Corpusty and Saxthorpe is a twin village on opposite banks of the River Bure in North Norfolk in the east of England It is about sixteen miles north of Norwich and about six miles south of the attractive market town of Holt. Other adjacent smaller market towns – each about three miles away – are Aylsham and Reepham. Corpusty and Saxthorpe is about ten miles from the north Norfolk coast.

Traditions suggest that the name Corpusty originates from the Norse “korpr” meaning raven and “stye” meaning way. Saxthorpe is mentioned in the Domesday Book of 1085 in which it is recorded variously as ‘’Sastorp’’, “Saxiorp” and “Saxthorp”.

There are two churches. Corpusty’s small church, Saint Peter, stands alone on the outskirts to the south of the village and can be seen for miles around. This church, no longer open for worship other than for one service held annually in the summer, has been extensively restored. Saxthorpe’s Church, St Andrew’s, was built in 1482 although the chancel and tower are thought to be older. The church has a 15th century screen with tracery above panels which are decorated with flowers and foliage.The beams of the north aisle roof have a boss with a grinning lion carving. The altar rail is carved with pillars and balusters and date from the 17th century. The church is a Grade I listed building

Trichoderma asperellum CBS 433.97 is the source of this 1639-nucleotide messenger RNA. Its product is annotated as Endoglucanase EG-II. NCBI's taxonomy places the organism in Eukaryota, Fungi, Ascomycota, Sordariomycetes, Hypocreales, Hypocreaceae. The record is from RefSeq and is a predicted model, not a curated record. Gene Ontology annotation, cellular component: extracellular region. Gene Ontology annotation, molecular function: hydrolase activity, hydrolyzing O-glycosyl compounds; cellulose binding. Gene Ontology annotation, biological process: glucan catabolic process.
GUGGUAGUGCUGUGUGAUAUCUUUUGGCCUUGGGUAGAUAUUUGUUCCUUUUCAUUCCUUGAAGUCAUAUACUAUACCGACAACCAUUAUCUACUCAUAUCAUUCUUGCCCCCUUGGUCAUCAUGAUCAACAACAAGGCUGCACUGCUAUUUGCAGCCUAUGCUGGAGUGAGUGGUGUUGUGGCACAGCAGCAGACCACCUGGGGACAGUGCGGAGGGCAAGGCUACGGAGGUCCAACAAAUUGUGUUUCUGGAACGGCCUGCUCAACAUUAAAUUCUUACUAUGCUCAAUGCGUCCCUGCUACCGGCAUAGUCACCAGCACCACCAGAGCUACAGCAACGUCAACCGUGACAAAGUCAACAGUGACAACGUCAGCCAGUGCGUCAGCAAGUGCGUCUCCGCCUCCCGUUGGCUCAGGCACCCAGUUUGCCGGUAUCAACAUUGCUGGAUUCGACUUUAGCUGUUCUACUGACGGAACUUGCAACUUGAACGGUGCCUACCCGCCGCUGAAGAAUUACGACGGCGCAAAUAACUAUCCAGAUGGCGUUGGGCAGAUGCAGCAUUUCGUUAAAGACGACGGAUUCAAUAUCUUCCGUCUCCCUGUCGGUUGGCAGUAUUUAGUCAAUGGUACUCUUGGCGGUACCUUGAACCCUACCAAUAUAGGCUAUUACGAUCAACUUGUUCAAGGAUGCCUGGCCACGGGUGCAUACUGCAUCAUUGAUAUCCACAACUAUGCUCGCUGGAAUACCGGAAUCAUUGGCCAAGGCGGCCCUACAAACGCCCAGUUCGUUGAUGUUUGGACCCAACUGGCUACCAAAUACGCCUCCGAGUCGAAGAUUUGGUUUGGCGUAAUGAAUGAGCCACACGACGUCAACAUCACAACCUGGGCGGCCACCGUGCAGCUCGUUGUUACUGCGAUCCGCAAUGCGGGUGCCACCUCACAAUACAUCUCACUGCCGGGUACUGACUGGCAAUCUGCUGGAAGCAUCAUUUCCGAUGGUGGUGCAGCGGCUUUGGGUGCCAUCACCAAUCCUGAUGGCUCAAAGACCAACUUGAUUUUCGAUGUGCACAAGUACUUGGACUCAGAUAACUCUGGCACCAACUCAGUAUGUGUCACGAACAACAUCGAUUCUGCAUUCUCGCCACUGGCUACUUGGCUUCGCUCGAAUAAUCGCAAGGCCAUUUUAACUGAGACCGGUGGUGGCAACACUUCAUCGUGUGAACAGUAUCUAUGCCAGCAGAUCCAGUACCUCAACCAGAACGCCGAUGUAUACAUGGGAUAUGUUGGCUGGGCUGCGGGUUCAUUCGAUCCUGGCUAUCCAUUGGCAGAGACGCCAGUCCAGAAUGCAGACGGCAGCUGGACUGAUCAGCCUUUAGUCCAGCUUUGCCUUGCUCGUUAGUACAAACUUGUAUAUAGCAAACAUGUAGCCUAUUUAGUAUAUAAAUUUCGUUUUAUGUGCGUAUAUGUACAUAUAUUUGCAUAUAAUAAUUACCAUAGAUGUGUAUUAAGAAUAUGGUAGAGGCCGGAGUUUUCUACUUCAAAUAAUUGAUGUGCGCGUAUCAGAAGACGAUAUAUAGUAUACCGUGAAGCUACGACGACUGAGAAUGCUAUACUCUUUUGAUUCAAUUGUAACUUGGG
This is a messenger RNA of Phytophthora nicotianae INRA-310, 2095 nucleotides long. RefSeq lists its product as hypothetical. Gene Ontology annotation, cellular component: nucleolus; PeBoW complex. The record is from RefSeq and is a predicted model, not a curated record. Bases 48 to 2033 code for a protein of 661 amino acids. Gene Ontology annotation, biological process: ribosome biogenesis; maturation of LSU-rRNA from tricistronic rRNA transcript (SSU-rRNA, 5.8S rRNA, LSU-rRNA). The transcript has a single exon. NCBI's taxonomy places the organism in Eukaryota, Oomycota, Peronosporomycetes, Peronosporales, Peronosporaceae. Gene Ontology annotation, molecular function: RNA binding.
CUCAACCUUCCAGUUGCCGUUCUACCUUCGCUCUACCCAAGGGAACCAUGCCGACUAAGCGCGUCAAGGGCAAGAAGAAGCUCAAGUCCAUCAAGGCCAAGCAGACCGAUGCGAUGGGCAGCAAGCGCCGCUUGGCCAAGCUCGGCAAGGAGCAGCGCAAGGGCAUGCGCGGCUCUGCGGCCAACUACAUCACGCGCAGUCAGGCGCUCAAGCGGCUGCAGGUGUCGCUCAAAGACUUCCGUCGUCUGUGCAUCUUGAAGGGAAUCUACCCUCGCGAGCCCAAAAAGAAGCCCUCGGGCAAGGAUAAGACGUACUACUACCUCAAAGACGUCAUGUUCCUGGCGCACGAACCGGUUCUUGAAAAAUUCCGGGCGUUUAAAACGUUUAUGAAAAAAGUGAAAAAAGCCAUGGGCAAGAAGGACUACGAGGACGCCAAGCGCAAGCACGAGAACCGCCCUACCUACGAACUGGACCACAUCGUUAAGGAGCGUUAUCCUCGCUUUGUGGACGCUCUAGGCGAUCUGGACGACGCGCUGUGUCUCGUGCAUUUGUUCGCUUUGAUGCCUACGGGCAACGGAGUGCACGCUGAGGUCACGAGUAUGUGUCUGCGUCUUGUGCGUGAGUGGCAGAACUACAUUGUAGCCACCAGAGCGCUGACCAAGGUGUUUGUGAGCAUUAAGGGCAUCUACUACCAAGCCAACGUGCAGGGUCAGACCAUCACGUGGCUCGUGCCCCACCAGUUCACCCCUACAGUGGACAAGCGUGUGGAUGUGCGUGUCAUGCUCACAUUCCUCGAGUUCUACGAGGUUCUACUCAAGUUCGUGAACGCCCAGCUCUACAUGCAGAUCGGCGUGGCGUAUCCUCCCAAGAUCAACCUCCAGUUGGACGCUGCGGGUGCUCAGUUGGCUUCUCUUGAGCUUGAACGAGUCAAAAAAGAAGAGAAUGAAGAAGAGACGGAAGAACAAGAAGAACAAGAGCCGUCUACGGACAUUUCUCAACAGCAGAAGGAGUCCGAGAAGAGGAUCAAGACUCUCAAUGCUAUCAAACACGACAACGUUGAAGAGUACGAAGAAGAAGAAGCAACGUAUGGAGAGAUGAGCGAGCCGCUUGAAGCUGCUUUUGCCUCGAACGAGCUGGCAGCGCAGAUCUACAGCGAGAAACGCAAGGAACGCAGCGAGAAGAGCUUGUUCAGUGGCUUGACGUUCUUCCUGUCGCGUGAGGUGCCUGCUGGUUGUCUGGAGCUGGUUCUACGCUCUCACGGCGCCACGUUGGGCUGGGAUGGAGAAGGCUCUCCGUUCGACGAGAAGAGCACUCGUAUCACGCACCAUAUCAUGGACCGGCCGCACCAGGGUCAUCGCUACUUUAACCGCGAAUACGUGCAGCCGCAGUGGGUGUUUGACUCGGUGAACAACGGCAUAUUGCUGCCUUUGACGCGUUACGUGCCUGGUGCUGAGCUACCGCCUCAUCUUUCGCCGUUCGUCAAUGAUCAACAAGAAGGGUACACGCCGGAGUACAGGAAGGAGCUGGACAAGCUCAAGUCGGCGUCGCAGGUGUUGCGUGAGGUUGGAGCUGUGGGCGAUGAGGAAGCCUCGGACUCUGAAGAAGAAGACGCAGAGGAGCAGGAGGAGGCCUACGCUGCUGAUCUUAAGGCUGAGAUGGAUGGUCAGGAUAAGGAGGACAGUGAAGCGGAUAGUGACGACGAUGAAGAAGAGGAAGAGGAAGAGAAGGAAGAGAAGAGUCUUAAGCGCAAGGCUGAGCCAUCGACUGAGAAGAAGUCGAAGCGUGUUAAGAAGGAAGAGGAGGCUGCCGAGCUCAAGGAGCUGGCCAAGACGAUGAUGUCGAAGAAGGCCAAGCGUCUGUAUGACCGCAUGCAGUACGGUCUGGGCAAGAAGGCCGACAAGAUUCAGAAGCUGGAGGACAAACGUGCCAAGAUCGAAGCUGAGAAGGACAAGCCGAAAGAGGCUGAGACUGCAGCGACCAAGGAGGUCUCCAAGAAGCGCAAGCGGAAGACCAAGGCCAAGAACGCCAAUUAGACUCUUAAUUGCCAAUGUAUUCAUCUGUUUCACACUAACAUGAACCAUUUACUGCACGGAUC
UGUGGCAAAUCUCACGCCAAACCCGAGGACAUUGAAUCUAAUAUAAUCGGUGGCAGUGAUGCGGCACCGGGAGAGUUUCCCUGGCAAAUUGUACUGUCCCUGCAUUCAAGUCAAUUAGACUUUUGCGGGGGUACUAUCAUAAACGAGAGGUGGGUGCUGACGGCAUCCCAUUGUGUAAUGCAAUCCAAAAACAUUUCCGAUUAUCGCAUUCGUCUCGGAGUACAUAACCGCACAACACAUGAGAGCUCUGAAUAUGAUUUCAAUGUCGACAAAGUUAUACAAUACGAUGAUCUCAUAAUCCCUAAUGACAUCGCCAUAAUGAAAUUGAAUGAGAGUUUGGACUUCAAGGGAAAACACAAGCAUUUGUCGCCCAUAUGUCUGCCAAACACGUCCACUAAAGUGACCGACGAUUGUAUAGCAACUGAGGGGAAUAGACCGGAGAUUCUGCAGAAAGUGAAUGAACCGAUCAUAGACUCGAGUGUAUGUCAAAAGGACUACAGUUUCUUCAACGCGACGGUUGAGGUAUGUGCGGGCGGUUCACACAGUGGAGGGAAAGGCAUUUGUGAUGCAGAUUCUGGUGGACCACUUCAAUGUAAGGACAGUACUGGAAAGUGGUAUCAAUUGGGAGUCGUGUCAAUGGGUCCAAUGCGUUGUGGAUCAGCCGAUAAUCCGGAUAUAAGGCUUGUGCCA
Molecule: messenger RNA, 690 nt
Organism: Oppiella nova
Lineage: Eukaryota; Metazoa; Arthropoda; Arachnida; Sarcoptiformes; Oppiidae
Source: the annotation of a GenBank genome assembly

Corpusty once had four pubs: The Wheatsheaf, The Horse shoes, The Castle and The Dukes Head, only the last pub remains open. It overlooks the village green. The village also has a school, a shop and a very active village hall run by the village hall committee.

Corpusty and Saxthorpe Bonfire is held every year on November 5th. A life size guy is made and pulled around the village with a procession on a cart. As the guy is hauled to the bonfire it is followed by people dressed up carrying flaming torches. The guy is lifted to the top of the bonfire and set alight, a signal for the spectacular firework display begins. The event is very popular, attracting people from a wide area. Although it is free, donations are collected. These go toward the following year’s event and to local charities.



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